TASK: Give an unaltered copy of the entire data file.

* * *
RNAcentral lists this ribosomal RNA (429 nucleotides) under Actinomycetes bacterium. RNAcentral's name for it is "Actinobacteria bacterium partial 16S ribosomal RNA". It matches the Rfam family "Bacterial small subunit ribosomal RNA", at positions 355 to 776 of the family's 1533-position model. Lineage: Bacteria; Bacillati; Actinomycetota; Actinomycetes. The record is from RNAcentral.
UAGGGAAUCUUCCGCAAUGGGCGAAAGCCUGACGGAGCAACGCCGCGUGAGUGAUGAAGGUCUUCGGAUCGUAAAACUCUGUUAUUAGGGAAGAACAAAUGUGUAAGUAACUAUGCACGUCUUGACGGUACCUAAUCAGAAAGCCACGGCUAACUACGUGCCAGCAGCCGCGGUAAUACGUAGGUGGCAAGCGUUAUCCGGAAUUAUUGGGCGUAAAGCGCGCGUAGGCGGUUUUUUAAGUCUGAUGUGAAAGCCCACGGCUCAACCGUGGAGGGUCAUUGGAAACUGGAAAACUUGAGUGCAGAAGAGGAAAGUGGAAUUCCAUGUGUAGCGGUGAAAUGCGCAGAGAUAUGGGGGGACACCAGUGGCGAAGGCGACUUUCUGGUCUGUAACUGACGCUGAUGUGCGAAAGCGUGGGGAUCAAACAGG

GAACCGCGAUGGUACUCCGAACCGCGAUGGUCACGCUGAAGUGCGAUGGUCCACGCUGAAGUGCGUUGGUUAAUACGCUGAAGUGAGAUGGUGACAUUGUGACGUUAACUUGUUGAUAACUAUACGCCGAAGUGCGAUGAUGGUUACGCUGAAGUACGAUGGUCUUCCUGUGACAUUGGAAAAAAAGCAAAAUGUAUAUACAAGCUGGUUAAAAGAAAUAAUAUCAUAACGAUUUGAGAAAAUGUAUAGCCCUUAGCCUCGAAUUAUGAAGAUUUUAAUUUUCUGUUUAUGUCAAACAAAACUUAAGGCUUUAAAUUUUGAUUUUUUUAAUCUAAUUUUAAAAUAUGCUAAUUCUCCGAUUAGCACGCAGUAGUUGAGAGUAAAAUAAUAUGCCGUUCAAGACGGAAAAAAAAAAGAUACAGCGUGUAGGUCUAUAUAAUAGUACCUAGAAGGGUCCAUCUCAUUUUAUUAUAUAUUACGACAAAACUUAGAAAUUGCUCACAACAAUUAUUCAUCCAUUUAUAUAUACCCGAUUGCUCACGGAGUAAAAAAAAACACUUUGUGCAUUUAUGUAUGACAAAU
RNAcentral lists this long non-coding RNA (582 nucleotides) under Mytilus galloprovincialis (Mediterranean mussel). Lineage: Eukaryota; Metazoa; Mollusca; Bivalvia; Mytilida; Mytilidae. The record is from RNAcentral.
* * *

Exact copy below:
RNAcentral lists this ribosomal RNA (429 nucleotides) under Actinomycetes bacterium. RNAcentral's name for it is "Actinobacteria bacterium partial 16S ribosomal RNA". It matches the Rfam family "Bacterial small subunit ribosomal RNA", at positions 355 to 776 of the family's 1533-position model. Lineage: Bacteria; Bacillati; Actinomycetota; Actinomycetes. The record is from RNAcentral.
UAGGGAAUCUUCCGCAAUGGGCGAAAGCCUGACGGAGCAACGCCGCGUGAGUGAUGAAGGUCUUCGGAUCGUAAAACUCUGUUAUUAGGGAAGAACAAAUGUGUAAGUAACUAUGCACGUCUUGACGGUACCUAAUCAGAAAGCCACGGCUAACUACGUGCCAGCAGCCGCGGUAAUACGUAGGUGGCAAGCGUUAUCCGGAAUUAUUGGGCGUAAAGCGCGCGUAGGCGGUUUUUUAAGUCUGAUGUGAAAGCCCACGGCUCAACCGUGGAGGGUCAUUGGAAACUGGAAAACUUGAGUGCAGAAGAGGAAAGUGGAAUUCCAUGUGUAGCGGUGAAAUGCGCAGAGAUAUGGGGGGACACCAGUGGCGAAGGCGACUUUCUGGUCUGUAACUGACGCUGAUGUGCGAAAGCGUGGGGAUCAAACAGG

GAACCGCGAUGGUACUCCGAACCGCGAUGGUCACGCUGAAGUGCGAUGGUCCACGCUGAAGUGCGUUGGUUAAUACGCUGAAGUGAGAUGGUGACAUUGUGACGUUAACUUGUUGAUAACUAUACGCCGAAGUGCGAUGAUGGUUACGCUGAAGUACGAUGGUCUUCCUGUGACAUUGGAAAAAAAGCAAAAUGUAUAUACAAGCUGGUUAAAAGAAAUAAUAUCAUAACGAUUUGAGAAAAUGUAUAGCCCUUAGCCUCGAAUUAUGAAGAUUUUAAUUUUCUGUUUAUGUCAAACAAAACUUAAGGCUUUAAAUUUUGAUUUUUUUAAUCUAAUUUUAAAAUAUGCUAAUUCUCCGAUUAGCACGCAGUAGUUGAGAGUAAAAUAAUAUGCCGUUCAAGACGGAAAAAAAAAAGAUACAGCGUGUAGGUCUAUAUAAUAGUACCUAGAAGGGUCCAUCUCAUUUUAUUAUAUAUUACGACAAAACUUAGAAAUUGCUCACAACAAUUAUUCAUCCAUUUAUAUAUACCCGAUUGCUCACGGAGUAAAAAAAAACACUUUGUGCAUUUAUGUAUGACAAAU
RNAcentral lists this long non-coding RNA (582 nucleotides) under Mytilus galloprovincialis (Mediterranean mussel). Lineage: Eukaryota; Metazoa; Mollusca; Bivalvia; Mytilida; Mytilidae. The record is from RNAcentral.